Teasingly enjoyable rubbish through the first hour, “Orphan” becomes genuine trash during its protracted second half. This “Bad Seed” rehash about an adopted Russian girl who deliberately foments mayhem in an upscale family is intent on getting a rise out of the audience and does so, but mostly in the wrong ways. Fine actors, fancy production values and attempts to invest horror with extra depth create a classy patina, and the ultimate “reveal” is a lulu not to be tipped off, but it’s all just too absurd to keep riding with it. Adoption advocates are justifiably fearful about pic’s possibly negative impact on their business, but Warner Bros. has little to fear from this eminently promotable item where its coffers are concerned.
For a while, it looks as though writer David Leslie Johnson, working from a story by Alex Mace, and director Jaume Collet-Serra, whose unnecessary 2005 “House of Wax” didn’t deny him a second shot with WB and producer Joel Silver, might actually be able to add a fresh layer of credible emotion and psychology to a predictable premise. Nightmarish opening depicts the feverish recollection by Kate Coleman (Vera Farmiga) of the stillborn birth of her third child, an event that soon leads to her decision to adopt a girl.
Kate has some issues, notably a drinking problem that prevented her from rescuing her little daughter Max (the adorable Aryana Engineer) from an accident that caused her to go deaf. Latter condition is worked into the story in a number of clever ways — much hinges on things that are overheard, lips that are read, signs that are picked up, or not — and is a key factor in the relationship the girl has with her mother and her new “sister.”
Kate and passively supportive husband John (Peter Sarsgaard), the source of whose obviously lucrative income is never mentioned, find their chosen one at an orphanage run by Sister Abigail (CCH Pounder), who can barely contain her surprise and delight at Esther (Isabelle Fuhrman) being taken off her hands. A prim, polite 9-year-old who paints well and speaks beautifully, albeit with a slight accent, the sallow-faced, black-haired Esther dresses like Little Bo Peep, carries a tattered Bible and warns, “I guess I’m different.” Like any good liberal mom, Kate replies, “Well, there’s nothing wrong with being different, you know.” Right.
Ensconced in the family’s Architectural Digest home on a hill (pic was shot in snowy Quebec), Esther makes an ally of little Max but is loathed by cusping adolescent son Daniel (Jimmy Bennett). By contrast, her attitude about John is ambiguous; the newcomer has an uncanny knack of turning up whenever the parents try to keep their sex life in gear, first (and hilariously) in the kitchen, then in bed, where the thunder-frightened girl sidles up against the naked man just moments after he’s been thunderclapping his wife.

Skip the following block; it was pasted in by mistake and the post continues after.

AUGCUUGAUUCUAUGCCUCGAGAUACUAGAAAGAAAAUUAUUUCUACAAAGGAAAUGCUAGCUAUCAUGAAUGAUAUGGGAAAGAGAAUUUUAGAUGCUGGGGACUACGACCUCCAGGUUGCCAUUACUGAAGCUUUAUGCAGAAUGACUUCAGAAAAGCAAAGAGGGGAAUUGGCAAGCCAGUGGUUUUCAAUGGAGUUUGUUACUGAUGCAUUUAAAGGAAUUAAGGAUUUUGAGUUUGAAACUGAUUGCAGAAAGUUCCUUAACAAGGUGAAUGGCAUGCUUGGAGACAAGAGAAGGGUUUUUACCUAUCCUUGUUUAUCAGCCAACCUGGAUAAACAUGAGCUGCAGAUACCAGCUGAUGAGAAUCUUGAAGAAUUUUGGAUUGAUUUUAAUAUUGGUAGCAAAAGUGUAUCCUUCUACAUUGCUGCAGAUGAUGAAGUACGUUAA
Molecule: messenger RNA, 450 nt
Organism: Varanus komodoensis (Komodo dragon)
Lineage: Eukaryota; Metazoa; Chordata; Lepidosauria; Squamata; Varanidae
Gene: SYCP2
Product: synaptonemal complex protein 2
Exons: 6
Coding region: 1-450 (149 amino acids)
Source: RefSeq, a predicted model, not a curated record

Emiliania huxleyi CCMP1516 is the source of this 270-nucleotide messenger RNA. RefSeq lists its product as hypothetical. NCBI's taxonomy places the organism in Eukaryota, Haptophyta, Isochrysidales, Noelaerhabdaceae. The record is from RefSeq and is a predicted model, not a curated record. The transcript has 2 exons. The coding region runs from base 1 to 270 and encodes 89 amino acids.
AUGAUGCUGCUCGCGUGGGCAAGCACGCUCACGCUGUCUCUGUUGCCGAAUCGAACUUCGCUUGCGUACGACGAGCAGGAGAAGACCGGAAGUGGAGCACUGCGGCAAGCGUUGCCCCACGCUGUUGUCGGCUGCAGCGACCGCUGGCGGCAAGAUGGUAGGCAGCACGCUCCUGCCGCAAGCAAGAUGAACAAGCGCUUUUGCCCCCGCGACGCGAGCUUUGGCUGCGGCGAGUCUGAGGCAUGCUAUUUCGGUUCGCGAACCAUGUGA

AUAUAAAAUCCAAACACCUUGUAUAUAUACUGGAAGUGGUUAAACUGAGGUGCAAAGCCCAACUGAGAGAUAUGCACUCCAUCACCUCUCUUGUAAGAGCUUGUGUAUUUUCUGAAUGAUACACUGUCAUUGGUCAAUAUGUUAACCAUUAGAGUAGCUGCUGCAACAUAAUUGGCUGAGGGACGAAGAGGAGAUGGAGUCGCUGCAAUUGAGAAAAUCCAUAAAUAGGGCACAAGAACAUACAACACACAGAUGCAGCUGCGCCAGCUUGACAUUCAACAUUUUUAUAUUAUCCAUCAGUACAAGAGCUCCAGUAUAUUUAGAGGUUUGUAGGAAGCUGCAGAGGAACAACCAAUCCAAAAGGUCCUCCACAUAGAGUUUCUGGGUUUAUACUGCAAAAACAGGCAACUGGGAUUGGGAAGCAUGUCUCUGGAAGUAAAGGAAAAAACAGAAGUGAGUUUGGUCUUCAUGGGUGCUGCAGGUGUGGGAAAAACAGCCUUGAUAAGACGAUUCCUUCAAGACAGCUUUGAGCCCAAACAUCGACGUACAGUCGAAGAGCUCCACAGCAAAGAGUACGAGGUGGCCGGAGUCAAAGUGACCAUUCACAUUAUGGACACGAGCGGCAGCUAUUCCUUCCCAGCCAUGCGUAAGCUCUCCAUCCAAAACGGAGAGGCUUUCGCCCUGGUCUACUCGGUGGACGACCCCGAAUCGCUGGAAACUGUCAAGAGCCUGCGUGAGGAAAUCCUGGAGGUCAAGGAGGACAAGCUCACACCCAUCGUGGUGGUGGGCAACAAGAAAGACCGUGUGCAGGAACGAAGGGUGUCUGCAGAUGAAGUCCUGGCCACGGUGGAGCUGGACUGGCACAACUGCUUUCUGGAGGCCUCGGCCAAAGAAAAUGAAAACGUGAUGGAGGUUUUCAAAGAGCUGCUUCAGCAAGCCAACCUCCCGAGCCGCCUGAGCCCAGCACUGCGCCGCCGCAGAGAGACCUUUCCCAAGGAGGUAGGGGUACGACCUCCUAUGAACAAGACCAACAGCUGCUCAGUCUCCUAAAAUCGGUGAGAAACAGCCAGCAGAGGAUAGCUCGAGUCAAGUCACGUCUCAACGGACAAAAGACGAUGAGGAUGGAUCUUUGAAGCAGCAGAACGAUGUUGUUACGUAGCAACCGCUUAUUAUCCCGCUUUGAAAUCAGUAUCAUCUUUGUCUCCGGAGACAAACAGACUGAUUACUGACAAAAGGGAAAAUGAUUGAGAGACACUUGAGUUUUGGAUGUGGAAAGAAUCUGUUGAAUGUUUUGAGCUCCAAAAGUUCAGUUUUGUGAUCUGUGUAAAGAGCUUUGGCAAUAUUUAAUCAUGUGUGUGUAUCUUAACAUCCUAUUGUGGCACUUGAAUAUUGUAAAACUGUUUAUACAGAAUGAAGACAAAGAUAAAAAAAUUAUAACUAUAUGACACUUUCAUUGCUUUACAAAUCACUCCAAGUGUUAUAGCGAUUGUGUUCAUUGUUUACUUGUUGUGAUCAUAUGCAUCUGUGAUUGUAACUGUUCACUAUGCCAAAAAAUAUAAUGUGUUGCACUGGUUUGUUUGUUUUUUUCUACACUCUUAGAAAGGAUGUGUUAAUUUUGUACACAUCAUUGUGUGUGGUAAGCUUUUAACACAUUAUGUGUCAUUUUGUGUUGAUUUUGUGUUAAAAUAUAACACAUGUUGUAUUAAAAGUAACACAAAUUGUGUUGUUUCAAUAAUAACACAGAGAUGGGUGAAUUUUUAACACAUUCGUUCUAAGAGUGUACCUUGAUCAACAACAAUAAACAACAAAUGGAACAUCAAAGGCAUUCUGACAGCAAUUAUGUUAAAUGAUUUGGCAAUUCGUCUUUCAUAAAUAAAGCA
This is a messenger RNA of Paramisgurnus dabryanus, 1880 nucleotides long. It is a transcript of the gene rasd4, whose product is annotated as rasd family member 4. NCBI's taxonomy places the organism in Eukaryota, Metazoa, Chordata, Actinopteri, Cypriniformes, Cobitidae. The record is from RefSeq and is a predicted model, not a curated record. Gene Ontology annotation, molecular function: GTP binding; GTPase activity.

Things go from weird to worse until something entirely untoward happens to sweet Sister Abigail. The percolating air of expectation and nervous humor gets sucked right out of the movie when the first act of explicit violence takes place, turning the film from a rollicking bit of leg-pulling to a grim exercise in methodically applied terror, as Esther goes on a carefully plotted rampage.
Although Kate, who becomes ostracized from her family for being the only one who believes the girl is evil, aggressively tries to unearth the little devil’s birth and early life records, Esther’s dirty secret is well kept until the big moment, which ranks with “The Crying Game” in its surprise quotient. This juices the film for a few minutes, but then follow not one, not two but three battles to the death, each more preposterous than the last. It’s also one of those movies in which a revolver is fired seven times.
Through it all, the cast members perform heroically, as if believing they’re actually in a good film. Farmiga expresses a hundred nuances of love, rage, self-confidence and doubt as the beleaguered wife and mother, while Sarsgaard smoothly invests the outwardly mild husband with hints of a very slippery character. All three kids are terrific. Fuhrman makes Esther calmly beyond reproach even when faced with monumental evidence against her, and has the requisite great evil eye. Bennett is highly sympathetic as the encroached-upon boy who picks up on Esther’s bad vibes long before anyone else, while Engineer is a dream.
Tech credits are strong, and John Ottman’s off-center score helps significantly in creating a sense of unease.